A Stark warning from Christopher Gill on the danger to our liberty from continental justice
What are the principles upon which traditional English common law is founded? Firstly, that until proved otherwise, every person is presumed innocent. The presumption of innocence is the very keystone of the British criminal justice system.
Secondly, except under the circumstances prescribed in the latter-day Prevention of Terrorism Act, nobody may have their liberty infringed without being charged in open court within 24 hours of arrest. Crucially, the ‘charge’ has to be backed by prima facie evidence. Even when the suspect is thought to have committed murder, detention without charge may only be extended, with the permission of magistrates, to a maximum of 96 hours.
This fundamental principle is enshrined in the law of Habeas Corpus which Archbishop Desmond Tutu once described as being “such an incredible part of freedom.”
Thirdly, the right to trial by jury, originating in Magna Carta, forms part of the very bedrock of the British criminal justice system. Its significance is that it ensures the defendant can insist that he or she is ‘tried’ by his or her peers – ’12 good men and true’ – drawn at random from amongst the general public and demonstrably independent of ‘the powers that be’ who might otherwise act in an authoritarian and arbitrary fashion.
Fourthly, until recently that was, it was always held that that once a defendant had been acquitted it was unlawful to charge that person again with the same offence. Double Jeopardy was something that British subjects have therefore never had to worry about. The view was taken that it was totally unacceptable that a potentially innocent person should forever live under the threat of being dragged through the courts again and again in the circumstances in which the prosecution had failed to establish guilt in the first place.
An unwritten principle of the British criminal justice system was that it was better that 10 guilty men went free than that one innocent person be hanged.
Fifthly, in order to avoid the possibility of defendants being condemned on the strength of their own testimony, the law embraces the right to silence.
Sixthly, the inadmissibility of hearsay avoids the possibility of defendants being found guilty on the basis of say-so-evidence from absent ‘witnesses’.
Seventhly, the withholding of previous convictions ensures that the hearing of cases brought to court is not prejudiced by the defendant’s previous record.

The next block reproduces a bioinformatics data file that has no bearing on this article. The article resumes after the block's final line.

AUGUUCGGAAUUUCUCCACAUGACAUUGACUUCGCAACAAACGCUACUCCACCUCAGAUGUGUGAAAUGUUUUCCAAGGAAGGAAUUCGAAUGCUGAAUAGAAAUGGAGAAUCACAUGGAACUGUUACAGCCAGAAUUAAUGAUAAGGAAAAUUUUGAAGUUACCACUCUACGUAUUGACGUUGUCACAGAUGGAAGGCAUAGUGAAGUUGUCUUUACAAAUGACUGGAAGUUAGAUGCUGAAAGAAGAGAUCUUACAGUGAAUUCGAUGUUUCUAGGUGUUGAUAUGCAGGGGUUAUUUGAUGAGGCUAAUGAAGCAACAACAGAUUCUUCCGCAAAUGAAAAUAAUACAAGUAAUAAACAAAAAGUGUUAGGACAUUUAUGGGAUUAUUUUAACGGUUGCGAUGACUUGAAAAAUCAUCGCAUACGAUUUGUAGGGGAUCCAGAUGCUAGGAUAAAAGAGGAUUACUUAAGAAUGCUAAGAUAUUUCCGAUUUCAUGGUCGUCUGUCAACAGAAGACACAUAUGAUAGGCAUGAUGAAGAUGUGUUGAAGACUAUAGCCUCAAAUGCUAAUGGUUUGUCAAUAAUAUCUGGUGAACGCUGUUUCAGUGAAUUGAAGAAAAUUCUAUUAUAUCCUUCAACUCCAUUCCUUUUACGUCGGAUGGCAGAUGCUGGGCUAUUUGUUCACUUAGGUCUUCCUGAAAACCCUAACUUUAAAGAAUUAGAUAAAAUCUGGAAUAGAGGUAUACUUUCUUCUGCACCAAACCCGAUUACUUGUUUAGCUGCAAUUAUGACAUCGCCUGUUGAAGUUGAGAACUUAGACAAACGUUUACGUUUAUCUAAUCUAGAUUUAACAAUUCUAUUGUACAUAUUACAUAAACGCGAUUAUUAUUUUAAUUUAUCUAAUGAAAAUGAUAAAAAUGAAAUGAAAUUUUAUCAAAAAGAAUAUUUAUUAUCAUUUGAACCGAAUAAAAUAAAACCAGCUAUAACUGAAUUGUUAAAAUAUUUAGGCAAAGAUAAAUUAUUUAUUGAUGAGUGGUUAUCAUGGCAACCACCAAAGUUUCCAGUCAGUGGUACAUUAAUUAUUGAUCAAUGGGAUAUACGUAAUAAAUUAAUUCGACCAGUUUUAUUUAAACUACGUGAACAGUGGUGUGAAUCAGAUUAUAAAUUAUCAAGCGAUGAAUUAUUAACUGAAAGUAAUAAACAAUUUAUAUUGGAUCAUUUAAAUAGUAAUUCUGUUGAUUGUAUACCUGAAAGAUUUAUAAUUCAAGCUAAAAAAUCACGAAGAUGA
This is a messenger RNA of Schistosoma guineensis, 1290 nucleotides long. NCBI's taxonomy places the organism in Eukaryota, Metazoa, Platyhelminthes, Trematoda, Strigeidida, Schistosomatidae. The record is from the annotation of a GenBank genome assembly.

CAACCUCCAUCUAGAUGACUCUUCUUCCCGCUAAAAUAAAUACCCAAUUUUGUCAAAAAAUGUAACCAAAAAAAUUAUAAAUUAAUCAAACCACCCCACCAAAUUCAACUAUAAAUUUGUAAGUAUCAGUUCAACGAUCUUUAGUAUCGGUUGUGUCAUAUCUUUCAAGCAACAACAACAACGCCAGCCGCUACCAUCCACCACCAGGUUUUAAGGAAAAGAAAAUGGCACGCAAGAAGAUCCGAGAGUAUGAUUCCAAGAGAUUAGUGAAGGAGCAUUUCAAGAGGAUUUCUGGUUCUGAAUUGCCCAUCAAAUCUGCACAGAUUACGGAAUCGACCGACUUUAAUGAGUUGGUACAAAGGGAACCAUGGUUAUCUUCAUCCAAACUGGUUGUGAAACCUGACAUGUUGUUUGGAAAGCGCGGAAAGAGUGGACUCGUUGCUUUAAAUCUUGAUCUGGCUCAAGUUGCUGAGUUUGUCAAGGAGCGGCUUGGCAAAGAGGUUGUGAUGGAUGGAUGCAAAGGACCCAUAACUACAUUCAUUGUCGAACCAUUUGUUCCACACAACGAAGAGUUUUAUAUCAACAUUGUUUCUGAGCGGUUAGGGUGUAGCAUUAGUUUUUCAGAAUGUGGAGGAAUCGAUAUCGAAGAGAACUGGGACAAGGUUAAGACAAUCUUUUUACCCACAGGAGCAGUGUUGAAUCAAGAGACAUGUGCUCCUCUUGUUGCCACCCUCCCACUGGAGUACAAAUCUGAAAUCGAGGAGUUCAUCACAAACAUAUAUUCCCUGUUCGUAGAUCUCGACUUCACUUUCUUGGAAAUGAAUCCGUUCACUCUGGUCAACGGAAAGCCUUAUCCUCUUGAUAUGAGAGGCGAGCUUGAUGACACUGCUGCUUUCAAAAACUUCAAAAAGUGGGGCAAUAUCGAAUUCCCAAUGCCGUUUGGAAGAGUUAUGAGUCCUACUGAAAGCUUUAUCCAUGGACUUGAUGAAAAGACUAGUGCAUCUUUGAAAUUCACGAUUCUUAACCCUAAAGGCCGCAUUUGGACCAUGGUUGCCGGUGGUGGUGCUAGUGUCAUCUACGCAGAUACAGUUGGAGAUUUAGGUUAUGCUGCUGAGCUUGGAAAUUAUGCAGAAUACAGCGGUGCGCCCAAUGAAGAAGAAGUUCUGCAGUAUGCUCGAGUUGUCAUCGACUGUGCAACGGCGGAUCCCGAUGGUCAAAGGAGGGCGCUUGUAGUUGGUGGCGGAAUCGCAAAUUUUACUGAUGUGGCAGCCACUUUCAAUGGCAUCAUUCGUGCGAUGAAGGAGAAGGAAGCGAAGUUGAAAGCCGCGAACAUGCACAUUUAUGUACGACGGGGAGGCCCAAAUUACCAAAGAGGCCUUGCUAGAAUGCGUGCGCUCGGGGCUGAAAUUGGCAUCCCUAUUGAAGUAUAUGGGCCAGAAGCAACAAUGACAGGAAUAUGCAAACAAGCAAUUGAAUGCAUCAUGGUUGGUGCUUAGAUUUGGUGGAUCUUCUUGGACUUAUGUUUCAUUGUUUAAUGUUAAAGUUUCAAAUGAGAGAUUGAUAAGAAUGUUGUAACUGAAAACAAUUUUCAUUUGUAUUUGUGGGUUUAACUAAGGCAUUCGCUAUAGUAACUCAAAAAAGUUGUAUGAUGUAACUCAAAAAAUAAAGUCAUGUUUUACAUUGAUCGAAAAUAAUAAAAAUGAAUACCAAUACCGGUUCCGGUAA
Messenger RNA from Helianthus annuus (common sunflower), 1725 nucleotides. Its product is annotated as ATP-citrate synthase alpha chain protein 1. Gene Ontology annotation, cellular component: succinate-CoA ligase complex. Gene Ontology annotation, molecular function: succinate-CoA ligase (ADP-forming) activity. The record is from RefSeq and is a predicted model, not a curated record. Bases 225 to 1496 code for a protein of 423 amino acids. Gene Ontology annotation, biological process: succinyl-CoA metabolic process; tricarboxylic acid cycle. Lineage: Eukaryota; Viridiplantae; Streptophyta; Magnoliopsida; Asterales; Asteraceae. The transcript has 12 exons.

Eighthly, trials in absentia, in other words, trials in the absence of the defendant, have no place in the British criminal justice system.
Finally, we have reporting restrictions so that whilst matters are sub judice, press reporting is limited so as not to prejudice a fair trial.
As can be seen from the foregoing, the British system of criminal justice has bent over backwards to protect and defend the individual from state-inspired coercion. It has been the individual’s sure protection against false accusation, arbitrary arrest and wrongful imprisonment.
As we face a future in which the harmonisation of criminal justice systems within the European Union looms ever closer, it is instructive to note that there is no European equivalent of the law of Habeas Corpus in continental Europe, trial by jury is a little-known concept and they most certainly don’t start from a position of presumed innocence!
As for all the other defences against state coercion that we British enjoy, in the event of an acquittal, the continental systems allow the prosecution to appeal for the defendant to be tried again; a defendant’s refusal to answer questions is regarded as an admissions of guilt; reported or ‘hearsay’ evidence is frequently used to obtain convictions; a defendant’s record, including prosecutions pending, may be read out in the hearing; the defendant may be tried without being present in court or, as recently confirmed, without the defendant even being aware of the hearing and, not least, the press are free to name names and express opinions both before and during the course of a trial.
At time when we stand in extreme danger of having the European Court of Justice made superior to our own national institutions, those of us who were born free – for that is the very nature of our British inheritance – would do well to contemplate the condemnable words of Admiral Blake, the chief founder of England’s naval supremacy in the 17th century, that “I will have the whole world know that none but an Englishman shall chastise and Englishman.”
The English common law is what has made us a free people. The prospect of surrendering it in favour of criminal justice systems whose raison d’être is to ensure the supremacy of the state rather than the freedom of the individual is really too awful to contemplate, but be warned and very afraid. That is precisely the direction in which your government is taking us.
Christopher Gill is Hon. President of the Freedom Association.
This article first appeared in Freedom Today